Milbank: GOP candidates use doom and gloom
It was a night of fear and loathing in Las Vegas.
“We have people across this country who are scared to death,” said Chris Christie. “Everywhere in America is a target for these terrorists.”
Donald Trump informed viewers that “our country is out of control” and raised the possibility that “we’re just going to go weaker, weaker, and just disintegrate.”
Ben Carson: “The United States of America is the patient, and the patient is in critical condition.”
Jeb Bush: “Our freedom is under attack. Our economy is under water.”
Marco Rubio: “The president has left us unsafe.”
Carly Fiorina: “Like all of you, I’m angry.”
If Americans weren’t already feeling angry and unsafe before they watched last week’s Republican presidential debate, they surely would have been feeling furious and frightened by the end.
So when I went to the Capitol on Wednesday morning, to the basement rooms where House Republicans were having their weekly meeting, I thought somebody was playing a little joke. There, decorating the lectern and the backdrop for GOP leaders’ news conference was a Twitter-style hashtag advertising House Republicans’ new theme: “Confident America.” Was this meant to be ironic?
Evidently not. House Speaker Paul Ryan, who earlier this month gave an upbeat speech by that name, emerged from his caucus meeting and delivered a few remarks that would seem to place the Wisconsin Republican in a different party — perhaps a different country — than the GOP’s doom-and-gloom presidential candidates.
Ryan boasted about “bipartisan, bicameral compromise” on major spending and tax bills that were a “big win” for jobs, manufacturing and foreign policy. He hailed “one of the biggest steps toward a rewrite of our tax code that we have made in many years.” And for those who don’t like it? “Look, in divided government, you don’t get everything you want,” he said. “And I understand that some people don’t like some of the aspects of this, but that is the compromise that we have.”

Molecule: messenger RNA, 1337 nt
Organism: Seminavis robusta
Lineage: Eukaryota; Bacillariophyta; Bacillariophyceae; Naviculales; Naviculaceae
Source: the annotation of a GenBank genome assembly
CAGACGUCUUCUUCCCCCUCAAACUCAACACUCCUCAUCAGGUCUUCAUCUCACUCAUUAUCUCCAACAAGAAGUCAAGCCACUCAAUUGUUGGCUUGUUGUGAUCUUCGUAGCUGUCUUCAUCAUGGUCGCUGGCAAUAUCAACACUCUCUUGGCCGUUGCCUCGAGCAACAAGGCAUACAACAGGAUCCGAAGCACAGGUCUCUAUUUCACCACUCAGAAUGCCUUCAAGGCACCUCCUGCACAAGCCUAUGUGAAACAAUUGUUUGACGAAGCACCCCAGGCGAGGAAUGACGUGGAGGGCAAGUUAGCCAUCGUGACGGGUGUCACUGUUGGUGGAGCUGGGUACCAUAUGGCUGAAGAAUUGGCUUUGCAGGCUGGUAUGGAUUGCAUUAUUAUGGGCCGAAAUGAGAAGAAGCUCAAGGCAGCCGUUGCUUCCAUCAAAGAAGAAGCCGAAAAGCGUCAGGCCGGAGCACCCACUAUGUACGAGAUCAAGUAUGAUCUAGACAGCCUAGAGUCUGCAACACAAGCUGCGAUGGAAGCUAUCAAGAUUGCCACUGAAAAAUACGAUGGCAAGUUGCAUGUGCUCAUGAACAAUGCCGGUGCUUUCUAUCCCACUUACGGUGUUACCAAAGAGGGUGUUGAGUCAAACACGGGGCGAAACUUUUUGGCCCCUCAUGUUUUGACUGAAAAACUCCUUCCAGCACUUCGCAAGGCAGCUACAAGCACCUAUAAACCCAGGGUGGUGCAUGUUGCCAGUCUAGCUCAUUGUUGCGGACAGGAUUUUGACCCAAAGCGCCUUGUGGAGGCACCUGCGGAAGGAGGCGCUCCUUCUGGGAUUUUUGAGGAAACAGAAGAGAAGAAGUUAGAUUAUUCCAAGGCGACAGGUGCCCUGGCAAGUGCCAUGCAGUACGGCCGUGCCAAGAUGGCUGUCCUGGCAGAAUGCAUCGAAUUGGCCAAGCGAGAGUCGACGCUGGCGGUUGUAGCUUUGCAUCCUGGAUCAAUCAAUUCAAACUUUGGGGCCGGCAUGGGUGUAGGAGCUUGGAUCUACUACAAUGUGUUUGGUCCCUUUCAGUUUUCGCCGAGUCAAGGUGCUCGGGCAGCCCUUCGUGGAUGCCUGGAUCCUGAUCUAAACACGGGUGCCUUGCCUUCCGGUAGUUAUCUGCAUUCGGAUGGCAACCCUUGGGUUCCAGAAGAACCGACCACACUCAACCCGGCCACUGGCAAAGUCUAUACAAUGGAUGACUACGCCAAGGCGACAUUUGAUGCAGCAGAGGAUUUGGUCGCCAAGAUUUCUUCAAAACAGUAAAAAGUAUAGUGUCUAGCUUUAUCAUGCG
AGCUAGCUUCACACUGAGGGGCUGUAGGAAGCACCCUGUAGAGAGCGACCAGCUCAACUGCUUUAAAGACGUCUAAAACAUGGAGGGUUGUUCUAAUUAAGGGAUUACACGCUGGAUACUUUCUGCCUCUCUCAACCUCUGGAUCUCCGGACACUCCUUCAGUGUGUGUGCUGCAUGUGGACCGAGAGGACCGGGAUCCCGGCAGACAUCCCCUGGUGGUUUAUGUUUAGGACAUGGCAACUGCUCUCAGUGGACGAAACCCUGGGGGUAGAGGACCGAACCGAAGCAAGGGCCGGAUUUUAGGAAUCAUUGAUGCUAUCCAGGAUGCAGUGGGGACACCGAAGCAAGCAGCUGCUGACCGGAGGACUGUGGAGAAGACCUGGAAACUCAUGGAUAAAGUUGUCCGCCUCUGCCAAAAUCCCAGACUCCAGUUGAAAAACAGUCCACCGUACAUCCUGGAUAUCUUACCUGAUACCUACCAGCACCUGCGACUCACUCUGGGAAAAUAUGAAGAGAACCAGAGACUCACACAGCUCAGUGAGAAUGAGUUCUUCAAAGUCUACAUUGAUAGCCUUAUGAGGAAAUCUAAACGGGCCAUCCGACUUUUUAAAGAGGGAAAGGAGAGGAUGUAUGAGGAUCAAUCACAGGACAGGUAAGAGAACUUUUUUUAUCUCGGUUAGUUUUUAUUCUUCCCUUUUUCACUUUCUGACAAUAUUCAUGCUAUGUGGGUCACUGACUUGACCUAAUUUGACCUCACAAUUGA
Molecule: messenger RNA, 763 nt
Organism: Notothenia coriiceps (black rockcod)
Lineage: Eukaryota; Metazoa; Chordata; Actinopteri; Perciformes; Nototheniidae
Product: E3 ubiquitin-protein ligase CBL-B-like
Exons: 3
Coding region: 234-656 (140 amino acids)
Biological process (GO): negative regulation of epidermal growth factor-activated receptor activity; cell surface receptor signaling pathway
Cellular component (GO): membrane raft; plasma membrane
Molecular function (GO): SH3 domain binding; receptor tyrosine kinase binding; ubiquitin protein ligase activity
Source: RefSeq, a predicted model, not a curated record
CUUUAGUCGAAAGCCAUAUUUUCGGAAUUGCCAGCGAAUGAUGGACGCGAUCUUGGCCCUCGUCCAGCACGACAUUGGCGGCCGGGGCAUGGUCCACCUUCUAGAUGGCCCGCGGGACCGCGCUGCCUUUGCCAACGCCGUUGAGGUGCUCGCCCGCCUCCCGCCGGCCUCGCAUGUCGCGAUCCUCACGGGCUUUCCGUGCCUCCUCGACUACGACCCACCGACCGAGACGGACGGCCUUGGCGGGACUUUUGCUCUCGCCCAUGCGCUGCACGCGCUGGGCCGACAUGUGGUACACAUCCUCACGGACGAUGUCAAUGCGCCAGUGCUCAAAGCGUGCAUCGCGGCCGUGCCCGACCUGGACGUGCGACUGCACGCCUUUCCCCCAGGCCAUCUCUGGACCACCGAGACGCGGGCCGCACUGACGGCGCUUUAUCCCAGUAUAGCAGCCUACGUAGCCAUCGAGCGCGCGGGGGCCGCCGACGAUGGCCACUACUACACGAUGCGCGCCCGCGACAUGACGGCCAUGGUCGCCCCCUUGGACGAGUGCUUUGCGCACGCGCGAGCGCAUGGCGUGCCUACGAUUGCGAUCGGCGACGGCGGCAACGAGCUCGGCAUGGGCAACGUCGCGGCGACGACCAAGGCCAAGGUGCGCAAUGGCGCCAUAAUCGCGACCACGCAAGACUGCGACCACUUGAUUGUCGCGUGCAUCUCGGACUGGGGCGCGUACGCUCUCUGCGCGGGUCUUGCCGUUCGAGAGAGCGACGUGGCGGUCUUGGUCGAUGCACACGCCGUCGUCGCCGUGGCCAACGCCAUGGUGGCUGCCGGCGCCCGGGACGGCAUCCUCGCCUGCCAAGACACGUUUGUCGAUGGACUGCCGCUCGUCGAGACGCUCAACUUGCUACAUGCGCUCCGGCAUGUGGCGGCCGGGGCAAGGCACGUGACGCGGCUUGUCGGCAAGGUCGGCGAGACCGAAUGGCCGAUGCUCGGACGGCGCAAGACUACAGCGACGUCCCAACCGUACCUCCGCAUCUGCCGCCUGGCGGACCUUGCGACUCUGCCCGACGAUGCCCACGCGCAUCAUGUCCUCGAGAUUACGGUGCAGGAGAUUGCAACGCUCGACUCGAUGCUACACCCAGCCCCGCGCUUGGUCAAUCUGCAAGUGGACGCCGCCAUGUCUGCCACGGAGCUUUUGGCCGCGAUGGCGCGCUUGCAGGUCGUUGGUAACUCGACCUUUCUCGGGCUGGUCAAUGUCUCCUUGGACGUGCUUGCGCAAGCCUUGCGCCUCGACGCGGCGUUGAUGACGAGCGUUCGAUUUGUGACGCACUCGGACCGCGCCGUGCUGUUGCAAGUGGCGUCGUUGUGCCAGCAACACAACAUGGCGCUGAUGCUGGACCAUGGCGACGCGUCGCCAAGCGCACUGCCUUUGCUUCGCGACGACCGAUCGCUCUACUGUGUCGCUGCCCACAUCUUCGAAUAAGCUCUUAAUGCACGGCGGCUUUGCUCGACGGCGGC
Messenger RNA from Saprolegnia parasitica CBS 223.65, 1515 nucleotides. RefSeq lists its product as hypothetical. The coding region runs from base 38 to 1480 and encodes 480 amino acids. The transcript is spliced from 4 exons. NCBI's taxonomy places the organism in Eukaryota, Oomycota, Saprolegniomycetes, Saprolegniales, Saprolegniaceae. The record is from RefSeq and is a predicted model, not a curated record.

The juxtaposition was jarring: at night the presidential candidates’ rage and alarm and, the next morning, the speaker’s chipper calm. The late Mario Cuomo liked to say: “You campaign in poetry. You govern in prose.” This 2016 GOP race goes further: The presidential candidates are campaigning in hysterical shouts, while Republican congressional leaders are trying to govern in measured voices.
In this environment, the “omnibus” spending bill and tax package are no small feats. Ryan and other leaders from both parties deserve credit. The spending bill is an ungainly mess, but it’s far preferable to having the government shut down or continue running on autopilot as it has been.
Ryan, though he’s had some missteps in his first weeks as speaker, was adept at cementing the deal, which his predecessor, John Boehner, set in motion. Republicans abandoned attempts to cut off funds for Planned Parenthood and for the settlement of refugees from Syria — both issues that had threatened to trigger a showdown — while Democrats yielded on oil exports and other items. Ultimately, though, the toxic rhetoric on the campaign trail is bound to bleed into the legislative process, putting in jeopardy even modest compromises such as the spending bill.
The presidential candidates were reckless as they stoked fear. “America has been betrayed,” Christie said in his opening statement. “Think of the fathers of Los Angeles, who tomorrow will head off to work and wonder about the safety of their wives and their children.”
Bush raised the specter of “our civilized way of life” being destroyed by the Islamic State. Fiorina spoke of “dangerous” incompetence in government. And when they weren’t spreading fear, they were insulting each other with playground taunts (“You’re a tough guy, Jeb. ... I’m at 42, and you’re at 3”).
Ryan, in his “Confident America” speech this month, argued against such antics. “After giving it a lot of thought, this is what I think a conservative vision looks like: We want America to be confident again.” He blamed President Obama for “slice and dice” politics (in truth, this far predates Obama), and urged Republicans not to “demonize” and “polarize.”
Hard-liners on both sides raised objections to the tax-and-spending compromises. But Ryan predicted passage — a rare victory for reason over rage — this time. “I think everybody can point to something that gives them a reason to be in favor of this,” he said. The question is how long the upbeat young speaker can prevail over the worry and anger his party’s presidential candidates spread.
Ryan, departing the room, was momentarily defeated when he tried to open the glass door. “Oh — it’s a pull, not a push,” he said.
It’s going to take a lot of both, Mr. Speaker.
Dana Milbank is a columnist for The Washington Post.